Friday, December 31, 2010

Black Oxford *

Not the shoe and not the fabric, today's fruit is named for its unusual deep color and a county in western Maine.

It is small and quite dark, spattered with rust-colored lenticels like some polished victorian curio of exotic hardwood or stone.

The blush is a deep red with purple overtones, almost mahogany, sometimes described as having a blackish bloom. The apple is slightly ribbed and classically shaped, round to conical. Its unbroken peel has a faint grassy smell.

Wednesday, December 29, 2010

Unnatural selection

The apple thought of the day must surely be this one, about Hawkeye's slow evolution into Red Delicious:

More than 30 mutations later, we have an apple that’s gotten redder and redder, with lots of emphasis on an elongated conic nose.... The ones in a supermarket could be as much as a year old, and they’ve had quite a journey.... So when you bite into one, you’re often disappointed.

Saturday, December 25, 2010

Esopus Spitzenberg

I snagged a small bag of these elusive apples this year and a few were in pretty good shape.

So while I am keeping my original review in place (of an imperfect sample), here are tasting notes based on fresher fruit.

Esopus Spitzenberg is attractive: large and classically shaped with prominent ribs and a slightly conical profile. The red blush has a matte finish and runs from various shades of true red to orange to the underlying yellow. Many large irregular tan lenticels accentuate the shape.

Esopus has a lovely old-fashioned cidery smell with a whiff of spice.

Tuesday, December 21, 2010

Apples on the Web: My Grandpap's Apple Orchard

John Henderson, a farmer and social-sciences librarian at Ithaca College (New York), shares three generations of apple lore and memories at My Grandpap's Apple Orchard.

This no-frills web site succeeds on several levels: as a catalog of apple descriptions, a collection of memories and stories, and an an impressive and well organized collection of links, categorized with a librarian's sensibility.

Henderson's farm includes both a small new orchard and "remnants from a much older apple orchard now part of a mixed deciduous woods." On a parallel web site he describes those apples in terms of physical and growing characteristics, and also ratings from various historical sources, meticulously documented.

Back at Grandpap's, the apple descriptions are layered, being Henderson's account not just of the apples in his grandfather's Pennsylvania orchard but also of what his grandfather and other family members thought of them. These are all as viewed though the lense of Henderson's father's memories, adding a patina of family tradition to these descriptions and stories.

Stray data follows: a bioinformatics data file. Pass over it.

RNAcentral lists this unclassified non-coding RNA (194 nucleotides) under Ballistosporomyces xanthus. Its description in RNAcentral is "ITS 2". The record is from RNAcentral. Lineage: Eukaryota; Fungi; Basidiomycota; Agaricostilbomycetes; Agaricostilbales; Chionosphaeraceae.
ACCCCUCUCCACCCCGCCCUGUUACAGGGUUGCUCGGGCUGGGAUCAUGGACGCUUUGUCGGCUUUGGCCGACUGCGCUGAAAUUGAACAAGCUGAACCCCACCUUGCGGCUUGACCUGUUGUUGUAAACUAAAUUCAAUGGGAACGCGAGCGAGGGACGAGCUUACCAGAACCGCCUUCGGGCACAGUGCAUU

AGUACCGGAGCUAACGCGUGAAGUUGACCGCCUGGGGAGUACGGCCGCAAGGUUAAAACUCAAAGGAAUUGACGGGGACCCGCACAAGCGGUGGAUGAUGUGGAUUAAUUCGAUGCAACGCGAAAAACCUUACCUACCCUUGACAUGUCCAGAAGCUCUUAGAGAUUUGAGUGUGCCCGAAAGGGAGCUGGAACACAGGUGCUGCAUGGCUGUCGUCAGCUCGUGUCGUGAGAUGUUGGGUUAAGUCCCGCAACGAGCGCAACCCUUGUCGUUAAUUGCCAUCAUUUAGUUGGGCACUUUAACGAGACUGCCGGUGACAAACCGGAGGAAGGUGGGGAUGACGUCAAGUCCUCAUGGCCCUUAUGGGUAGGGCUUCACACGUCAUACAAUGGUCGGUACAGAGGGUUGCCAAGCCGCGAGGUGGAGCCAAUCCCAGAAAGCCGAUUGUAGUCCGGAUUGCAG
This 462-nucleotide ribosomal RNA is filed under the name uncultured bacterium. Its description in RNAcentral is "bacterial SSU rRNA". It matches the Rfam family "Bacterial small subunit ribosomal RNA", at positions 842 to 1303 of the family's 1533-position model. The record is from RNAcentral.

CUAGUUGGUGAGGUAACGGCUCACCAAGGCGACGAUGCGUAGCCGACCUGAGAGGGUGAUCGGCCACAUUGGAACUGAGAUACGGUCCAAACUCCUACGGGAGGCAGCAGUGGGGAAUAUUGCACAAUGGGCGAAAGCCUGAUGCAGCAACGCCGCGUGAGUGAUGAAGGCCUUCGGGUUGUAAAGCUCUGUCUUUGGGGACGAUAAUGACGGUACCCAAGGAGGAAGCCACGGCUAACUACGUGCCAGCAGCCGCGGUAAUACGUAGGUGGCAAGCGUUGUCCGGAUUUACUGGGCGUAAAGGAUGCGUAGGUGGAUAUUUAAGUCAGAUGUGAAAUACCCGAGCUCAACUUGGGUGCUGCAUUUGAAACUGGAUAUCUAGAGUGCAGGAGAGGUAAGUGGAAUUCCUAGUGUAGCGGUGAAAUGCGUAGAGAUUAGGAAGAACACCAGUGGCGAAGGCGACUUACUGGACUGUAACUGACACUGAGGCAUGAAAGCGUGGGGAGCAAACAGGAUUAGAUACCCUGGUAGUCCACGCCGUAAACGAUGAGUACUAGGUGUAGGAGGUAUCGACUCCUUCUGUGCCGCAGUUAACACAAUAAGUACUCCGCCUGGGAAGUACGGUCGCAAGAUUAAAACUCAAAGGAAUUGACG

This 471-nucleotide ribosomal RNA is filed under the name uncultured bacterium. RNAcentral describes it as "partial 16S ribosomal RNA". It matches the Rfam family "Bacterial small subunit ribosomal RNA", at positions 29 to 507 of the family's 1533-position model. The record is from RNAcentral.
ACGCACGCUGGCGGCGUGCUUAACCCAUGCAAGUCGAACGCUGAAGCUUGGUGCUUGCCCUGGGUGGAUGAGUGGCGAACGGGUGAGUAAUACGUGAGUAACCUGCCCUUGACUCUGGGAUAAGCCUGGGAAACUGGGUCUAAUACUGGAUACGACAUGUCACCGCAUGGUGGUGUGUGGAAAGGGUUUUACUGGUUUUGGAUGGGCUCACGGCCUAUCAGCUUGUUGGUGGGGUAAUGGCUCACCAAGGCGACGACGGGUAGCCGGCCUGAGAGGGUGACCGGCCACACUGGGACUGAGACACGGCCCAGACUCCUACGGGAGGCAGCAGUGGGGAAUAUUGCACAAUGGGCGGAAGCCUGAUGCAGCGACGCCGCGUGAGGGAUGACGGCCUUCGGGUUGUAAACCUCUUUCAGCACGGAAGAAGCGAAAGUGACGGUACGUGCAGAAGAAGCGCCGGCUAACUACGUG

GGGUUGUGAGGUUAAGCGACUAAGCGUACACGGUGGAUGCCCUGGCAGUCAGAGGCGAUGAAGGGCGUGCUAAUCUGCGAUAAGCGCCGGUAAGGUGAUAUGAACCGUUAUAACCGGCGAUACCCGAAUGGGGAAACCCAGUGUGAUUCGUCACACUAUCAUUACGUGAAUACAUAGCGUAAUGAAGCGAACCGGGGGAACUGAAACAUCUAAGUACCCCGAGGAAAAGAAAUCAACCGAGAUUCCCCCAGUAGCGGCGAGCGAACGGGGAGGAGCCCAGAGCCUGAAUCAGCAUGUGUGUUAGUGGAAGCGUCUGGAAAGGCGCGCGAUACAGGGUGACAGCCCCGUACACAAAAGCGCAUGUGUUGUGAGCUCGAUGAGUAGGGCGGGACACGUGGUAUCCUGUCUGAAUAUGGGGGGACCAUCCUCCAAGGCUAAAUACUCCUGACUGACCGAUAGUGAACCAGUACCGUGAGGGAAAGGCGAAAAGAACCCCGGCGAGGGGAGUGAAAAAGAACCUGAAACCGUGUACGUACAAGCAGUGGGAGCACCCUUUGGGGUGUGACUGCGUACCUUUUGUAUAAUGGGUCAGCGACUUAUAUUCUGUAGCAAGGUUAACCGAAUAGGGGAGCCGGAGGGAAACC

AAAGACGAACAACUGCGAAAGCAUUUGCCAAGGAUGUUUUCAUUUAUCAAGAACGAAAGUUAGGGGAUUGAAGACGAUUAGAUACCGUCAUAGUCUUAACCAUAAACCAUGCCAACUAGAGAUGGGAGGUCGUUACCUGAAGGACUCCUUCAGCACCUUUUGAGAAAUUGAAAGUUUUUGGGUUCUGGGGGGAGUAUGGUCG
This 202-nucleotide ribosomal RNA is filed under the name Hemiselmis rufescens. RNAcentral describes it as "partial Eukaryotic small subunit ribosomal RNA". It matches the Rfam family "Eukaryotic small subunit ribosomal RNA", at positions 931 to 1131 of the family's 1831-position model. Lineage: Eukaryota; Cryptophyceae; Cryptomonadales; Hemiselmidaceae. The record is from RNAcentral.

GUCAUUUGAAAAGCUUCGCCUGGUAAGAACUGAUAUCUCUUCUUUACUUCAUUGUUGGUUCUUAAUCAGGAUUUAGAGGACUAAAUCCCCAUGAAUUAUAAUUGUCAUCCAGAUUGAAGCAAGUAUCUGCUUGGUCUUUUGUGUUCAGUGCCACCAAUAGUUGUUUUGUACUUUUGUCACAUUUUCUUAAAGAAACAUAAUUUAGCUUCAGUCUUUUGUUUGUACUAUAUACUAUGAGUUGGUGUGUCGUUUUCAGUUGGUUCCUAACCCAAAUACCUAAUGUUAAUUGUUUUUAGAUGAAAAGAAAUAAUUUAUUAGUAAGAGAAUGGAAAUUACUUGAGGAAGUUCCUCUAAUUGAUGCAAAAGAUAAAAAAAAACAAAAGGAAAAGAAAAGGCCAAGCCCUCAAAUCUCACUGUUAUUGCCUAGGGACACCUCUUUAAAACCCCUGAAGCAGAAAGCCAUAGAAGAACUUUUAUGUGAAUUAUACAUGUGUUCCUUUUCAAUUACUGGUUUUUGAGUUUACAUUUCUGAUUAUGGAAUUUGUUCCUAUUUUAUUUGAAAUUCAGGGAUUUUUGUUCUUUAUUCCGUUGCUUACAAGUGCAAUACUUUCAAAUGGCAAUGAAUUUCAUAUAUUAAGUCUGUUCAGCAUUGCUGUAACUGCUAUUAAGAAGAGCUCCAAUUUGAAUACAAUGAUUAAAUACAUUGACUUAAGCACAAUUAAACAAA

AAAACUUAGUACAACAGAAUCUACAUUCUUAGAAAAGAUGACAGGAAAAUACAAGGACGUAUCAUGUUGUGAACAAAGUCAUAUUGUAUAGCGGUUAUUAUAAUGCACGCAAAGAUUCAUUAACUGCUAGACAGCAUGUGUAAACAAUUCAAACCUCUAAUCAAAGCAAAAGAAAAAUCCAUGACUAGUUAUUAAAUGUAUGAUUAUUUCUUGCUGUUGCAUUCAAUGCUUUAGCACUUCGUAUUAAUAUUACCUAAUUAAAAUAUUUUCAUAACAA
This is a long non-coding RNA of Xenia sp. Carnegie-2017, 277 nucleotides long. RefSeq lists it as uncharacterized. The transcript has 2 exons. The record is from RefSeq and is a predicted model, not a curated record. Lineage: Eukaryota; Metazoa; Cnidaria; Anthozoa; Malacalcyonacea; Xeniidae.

Anyone lonesome for apples in the winter months could do worse than to graze here, or among the many interesting links.

Tuesday, December 14, 2010

Roll Call

The apple-blogging niche is not crowded, but things change and people come and go.

Here is where things stand at the end of 2010.

Friday, December 10, 2010

Winter Banana **

Besides the blush, this apple is really two-toned: a banana yellow (sure enough) tinged a little with green, and a distinctly green-yellow hue. Flecked with brown lenticels, the resemblance to the long tropical fruit is clear, if not necessarily obvious.

The blush is small, a light pink whose translucency, over the yellow, makes a peachy orange. The general effect is striking.

The apple runs medium to large and is ribbed and slightly conical. The skin is naturally waxy. A week off the tree it is firm and has a sweet grassy fragrance.

Saturday, December 4, 2010

Ananas Reinette *

"Ananas" is "pineapple" in French. This small-to-medium variety is ribbed and conical.

I selected the apple for today's photoshoot for its striking lime-green stripes over a lighter spring green. However, some other samples have distinctly yellow regions, and one has a pale orange blush over one third of its surface.

The lenticels are dark green, though much less prominent in the blush, and the apple is quite firm. It has no scent.

Wednesday, December 1, 2010

Apples of November (2010)

The local apple season starts with a thin trickle in July and slowly builds to its October climax.

In November things drop off the edge of a cliff.

This year the end of the harvest felt particularly abrupt. At those few farmers markets that continue past Halloween, pickings were slim compared to last year, when you could buy Blushing Goldens the day before Thanksgiving.

I chalk this up to the vagaries of the harvest, from this year's odd Spring to Fall's windstorms. I wonder how long the Macouns will last in supermarkets this winter.

Treasures were few this month, and if you are reading this wondering what to buy in some future November I refer you to the guide I wrote last year.